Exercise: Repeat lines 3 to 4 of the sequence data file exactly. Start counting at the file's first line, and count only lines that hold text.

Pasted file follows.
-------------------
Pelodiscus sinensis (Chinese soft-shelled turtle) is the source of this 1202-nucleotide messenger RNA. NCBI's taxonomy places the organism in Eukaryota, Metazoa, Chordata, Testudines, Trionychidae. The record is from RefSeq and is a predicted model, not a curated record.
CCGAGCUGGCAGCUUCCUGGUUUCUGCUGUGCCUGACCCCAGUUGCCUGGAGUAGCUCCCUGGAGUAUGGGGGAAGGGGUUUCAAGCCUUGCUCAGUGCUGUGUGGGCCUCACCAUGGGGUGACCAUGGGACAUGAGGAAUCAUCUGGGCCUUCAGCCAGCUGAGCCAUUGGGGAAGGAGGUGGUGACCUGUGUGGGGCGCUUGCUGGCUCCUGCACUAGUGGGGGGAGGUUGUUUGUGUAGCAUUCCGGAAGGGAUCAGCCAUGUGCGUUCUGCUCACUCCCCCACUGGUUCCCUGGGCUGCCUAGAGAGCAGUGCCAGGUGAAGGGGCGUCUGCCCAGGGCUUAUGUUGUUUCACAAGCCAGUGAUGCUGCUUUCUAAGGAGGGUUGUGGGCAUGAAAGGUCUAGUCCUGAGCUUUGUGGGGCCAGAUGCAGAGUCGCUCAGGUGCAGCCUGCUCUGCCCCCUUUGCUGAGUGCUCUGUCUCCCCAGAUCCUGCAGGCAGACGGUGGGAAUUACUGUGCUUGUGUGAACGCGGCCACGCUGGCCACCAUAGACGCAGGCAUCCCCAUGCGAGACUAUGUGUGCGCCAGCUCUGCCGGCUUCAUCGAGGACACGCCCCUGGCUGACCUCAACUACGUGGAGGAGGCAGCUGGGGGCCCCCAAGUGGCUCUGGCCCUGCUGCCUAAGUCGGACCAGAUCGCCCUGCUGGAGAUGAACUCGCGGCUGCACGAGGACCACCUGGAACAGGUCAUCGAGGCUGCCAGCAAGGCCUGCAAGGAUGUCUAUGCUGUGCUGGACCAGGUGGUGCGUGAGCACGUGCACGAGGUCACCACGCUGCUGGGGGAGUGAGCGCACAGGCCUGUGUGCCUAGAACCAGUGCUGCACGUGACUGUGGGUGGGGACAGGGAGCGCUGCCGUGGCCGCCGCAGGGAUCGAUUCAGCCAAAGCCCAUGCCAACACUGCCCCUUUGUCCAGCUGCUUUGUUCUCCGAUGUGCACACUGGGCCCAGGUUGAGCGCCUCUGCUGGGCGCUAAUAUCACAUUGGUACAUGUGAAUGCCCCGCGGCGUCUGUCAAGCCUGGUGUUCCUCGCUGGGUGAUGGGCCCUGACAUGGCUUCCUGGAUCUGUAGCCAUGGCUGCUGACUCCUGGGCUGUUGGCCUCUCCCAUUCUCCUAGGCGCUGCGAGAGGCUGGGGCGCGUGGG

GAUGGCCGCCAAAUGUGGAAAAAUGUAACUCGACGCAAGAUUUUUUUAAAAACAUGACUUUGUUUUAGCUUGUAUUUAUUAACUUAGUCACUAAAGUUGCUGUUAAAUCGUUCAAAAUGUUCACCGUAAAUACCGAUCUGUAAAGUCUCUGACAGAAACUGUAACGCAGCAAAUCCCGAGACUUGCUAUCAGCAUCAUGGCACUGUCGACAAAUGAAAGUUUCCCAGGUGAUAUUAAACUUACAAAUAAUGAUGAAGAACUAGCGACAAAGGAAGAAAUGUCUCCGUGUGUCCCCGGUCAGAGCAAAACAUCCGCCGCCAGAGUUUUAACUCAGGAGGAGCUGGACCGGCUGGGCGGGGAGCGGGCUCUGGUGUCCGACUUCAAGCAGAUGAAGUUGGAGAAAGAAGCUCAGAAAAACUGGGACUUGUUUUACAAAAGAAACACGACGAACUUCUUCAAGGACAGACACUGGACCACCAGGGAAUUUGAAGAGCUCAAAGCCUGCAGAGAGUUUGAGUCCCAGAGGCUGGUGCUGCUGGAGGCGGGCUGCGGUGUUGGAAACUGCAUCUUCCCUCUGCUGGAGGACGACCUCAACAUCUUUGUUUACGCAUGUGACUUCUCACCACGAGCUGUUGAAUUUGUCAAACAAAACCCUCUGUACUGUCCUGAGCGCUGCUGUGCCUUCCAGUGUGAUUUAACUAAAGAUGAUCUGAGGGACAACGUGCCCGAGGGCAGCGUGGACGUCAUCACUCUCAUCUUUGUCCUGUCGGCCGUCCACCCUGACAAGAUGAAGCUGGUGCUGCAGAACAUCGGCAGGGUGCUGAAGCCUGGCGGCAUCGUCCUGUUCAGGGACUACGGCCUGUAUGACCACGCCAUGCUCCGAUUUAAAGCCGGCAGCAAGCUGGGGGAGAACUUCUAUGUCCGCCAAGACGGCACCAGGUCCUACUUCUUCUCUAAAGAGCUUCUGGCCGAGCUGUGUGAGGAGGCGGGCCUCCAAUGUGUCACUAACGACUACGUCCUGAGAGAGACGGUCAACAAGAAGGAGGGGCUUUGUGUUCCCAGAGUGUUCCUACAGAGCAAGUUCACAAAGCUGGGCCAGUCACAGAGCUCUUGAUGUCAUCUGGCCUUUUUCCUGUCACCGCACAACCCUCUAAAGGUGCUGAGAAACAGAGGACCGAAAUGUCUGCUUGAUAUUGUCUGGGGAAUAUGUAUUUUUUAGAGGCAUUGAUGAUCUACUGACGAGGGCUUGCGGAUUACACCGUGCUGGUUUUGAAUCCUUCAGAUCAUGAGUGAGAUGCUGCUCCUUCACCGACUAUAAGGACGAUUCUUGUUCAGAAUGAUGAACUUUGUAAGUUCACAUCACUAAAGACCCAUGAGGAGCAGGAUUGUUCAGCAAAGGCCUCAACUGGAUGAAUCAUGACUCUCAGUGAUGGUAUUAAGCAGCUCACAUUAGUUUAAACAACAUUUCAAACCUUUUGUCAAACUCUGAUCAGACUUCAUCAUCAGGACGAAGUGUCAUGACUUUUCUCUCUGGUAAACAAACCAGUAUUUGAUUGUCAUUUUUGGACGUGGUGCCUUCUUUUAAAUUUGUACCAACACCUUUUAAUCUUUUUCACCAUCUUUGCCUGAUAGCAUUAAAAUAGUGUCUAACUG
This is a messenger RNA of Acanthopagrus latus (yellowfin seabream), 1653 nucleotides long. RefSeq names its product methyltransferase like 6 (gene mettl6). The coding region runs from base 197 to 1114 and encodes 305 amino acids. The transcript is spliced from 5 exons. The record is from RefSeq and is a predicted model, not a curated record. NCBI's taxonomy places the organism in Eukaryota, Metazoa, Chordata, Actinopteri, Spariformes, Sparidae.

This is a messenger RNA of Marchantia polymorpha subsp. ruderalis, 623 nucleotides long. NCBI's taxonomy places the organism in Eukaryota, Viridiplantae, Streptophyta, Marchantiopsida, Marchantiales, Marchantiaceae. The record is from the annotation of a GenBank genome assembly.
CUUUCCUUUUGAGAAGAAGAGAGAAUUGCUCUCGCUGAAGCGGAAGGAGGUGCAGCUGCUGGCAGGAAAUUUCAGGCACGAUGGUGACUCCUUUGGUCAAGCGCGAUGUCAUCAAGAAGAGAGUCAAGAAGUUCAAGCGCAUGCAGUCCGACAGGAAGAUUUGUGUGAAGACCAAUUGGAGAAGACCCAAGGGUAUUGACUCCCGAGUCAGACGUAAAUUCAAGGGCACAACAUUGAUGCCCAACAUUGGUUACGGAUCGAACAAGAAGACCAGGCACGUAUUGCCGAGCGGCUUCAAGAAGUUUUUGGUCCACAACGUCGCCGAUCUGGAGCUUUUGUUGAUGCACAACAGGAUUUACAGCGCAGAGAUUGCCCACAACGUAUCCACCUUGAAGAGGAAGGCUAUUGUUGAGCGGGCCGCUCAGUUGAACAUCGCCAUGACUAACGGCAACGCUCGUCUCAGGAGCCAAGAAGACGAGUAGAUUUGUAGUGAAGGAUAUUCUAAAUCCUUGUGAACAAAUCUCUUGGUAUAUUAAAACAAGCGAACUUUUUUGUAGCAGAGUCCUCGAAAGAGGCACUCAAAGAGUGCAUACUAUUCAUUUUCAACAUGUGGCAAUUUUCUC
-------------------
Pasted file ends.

GAUGGCCGCCAAAUGUGGAAAAAUGUAACUCGACGCAAGAUUUUUUUAAAAACAUGACUUUGUUUUAGCUUGUAUUUAUUAACUUAGUCACUAAAGUUGCUGUUAAAUCGUUCAAAAUGUUCACCGUAAAUACCGAUCUGUAAAGUCUCUGACAGAAACUGUAACGCAGCAAAUCCCGAGACUUGCUAUCAGCAUCAUGGCACUGUCGACAAAUGAAAGUUUCCCAGGUGAUAUUAAACUUACAAAUAAUGAUGAAGAACUAGCGACAAAGGAAGAAAUGUCUCCGUGUGUCCCCGGUCAGAGCAAAACAUCCGCCGCCAGAGUUUUAACUCAGGAGGAGCUGGACCGGCUGGGCGGGGAGCGGGCUCUGGUGUCCGACUUCAAGCAGAUGAAGUUGGAGAAAGAAGCUCAGAAAAACUGGGACUUGUUUUACAAAAGAAACACGACGAACUUCUUCAAGGACAGACACUGGACCACCAGGGAAUUUGAAGAGCUCAAAGCCUGCAGAGAGUUUGAGUCCCAGAGGCUGGUGCUGCUGGAGGCGGGCUGCGGUGUUGGAAACUGCAUCUUCCCUCUGCUGGAGGACGACCUCAACAUCUUUGUUUACGCAUGUGACUUCUCACCACGAGCUGUUGAAUUUGUCAAACAAAACCCUCUGUACUGUCCUGAGCGCUGCUGUGCCUUCCAGUGUGAUUUAACUAAAGAUGAUCUGAGGGACAACGUGCCCGAGGGCAGCGUGGACGUCAUCACUCUCAUCUUUGUCCUGUCGGCCGUCCACCCUGACAAGAUGAAGCUGGUGCUGCAGAACAUCGGCAGGGUGCUGAAGCCUGGCGGCAUCGUCCUGUUCAGGGACUACGGCCUGUAUGACCACGCCAUGCUCCGAUUUAAAGCCGGCAGCAAGCUGGGGGAGAACUUCUAUGUCCGCCAAGACGGCACCAGGUCCUACUUCUUCUCUAAAGAGCUUCUGGCCGAGCUGUGUGAGGAGGCGGGCCUCCAAUGUGUCACUAACGACUACGUCCUGAGAGAGACGGUCAACAAGAAGGAGGGGCUUUGUGUUCCCAGAGUGUUCCUACAGAGCAAGUUCACAAAGCUGGGCCAGUCACAGAGCUCUUGAUGUCAUCUGGCCUUUUUCCUGUCACCGCACAACCCUCUAAAGGUGCUGAGAAACAGAGGACCGAAAUGUCUGCUUGAUAUUGUCUGGGGAAUAUGUAUUUUUUAGAGGCAUUGAUGAUCUACUGACGAGGGCUUGCGGAUUACACCGUGCUGGUUUUGAAUCCUUCAGAUCAUGAGUGAGAUGCUGCUCCUUCACCGACUAUAAGGACGAUUCUUGUUCAGAAUGAUGAACUUUGUAAGUUCACAUCACUAAAGACCCAUGAGGAGCAGGAUUGUUCAGCAAAGGCCUCAACUGGAUGAAUCAUGACUCUCAGUGAUGGUAUUAAGCAGCUCACAUUAGUUUAAACAACAUUUCAAACCUUUUGUCAAACUCUGAUCAGACUUCAUCAUCAGGACGAAGUGUCAUGACUUUUCUCUCUGGUAAACAAACCAGUAUUUGAUUGUCAUUUUUGGACGUGGUGCCUUCUUUUAAAUUUGUACCAACACCUUUUAAUCUUUUUCACCAUCUUUGCCUGAUAGCAUUAAAAUAGUGUCUAACUG
This is a messenger RNA of Acanthopagrus latus (yellowfin seabream), 1653 nucleotides long. RefSeq names its product methyltransferase like 6 (gene mettl6). The coding region runs from base 197 to 1114 and encodes 305 amino acids. The transcript is spliced from 5 exons. The record is from RefSeq and is a predicted model, not a curated record. NCBI's taxonomy places the organism in Eukaryota, Metazoa, Chordata, Actinopteri, Spariformes, Sparidae.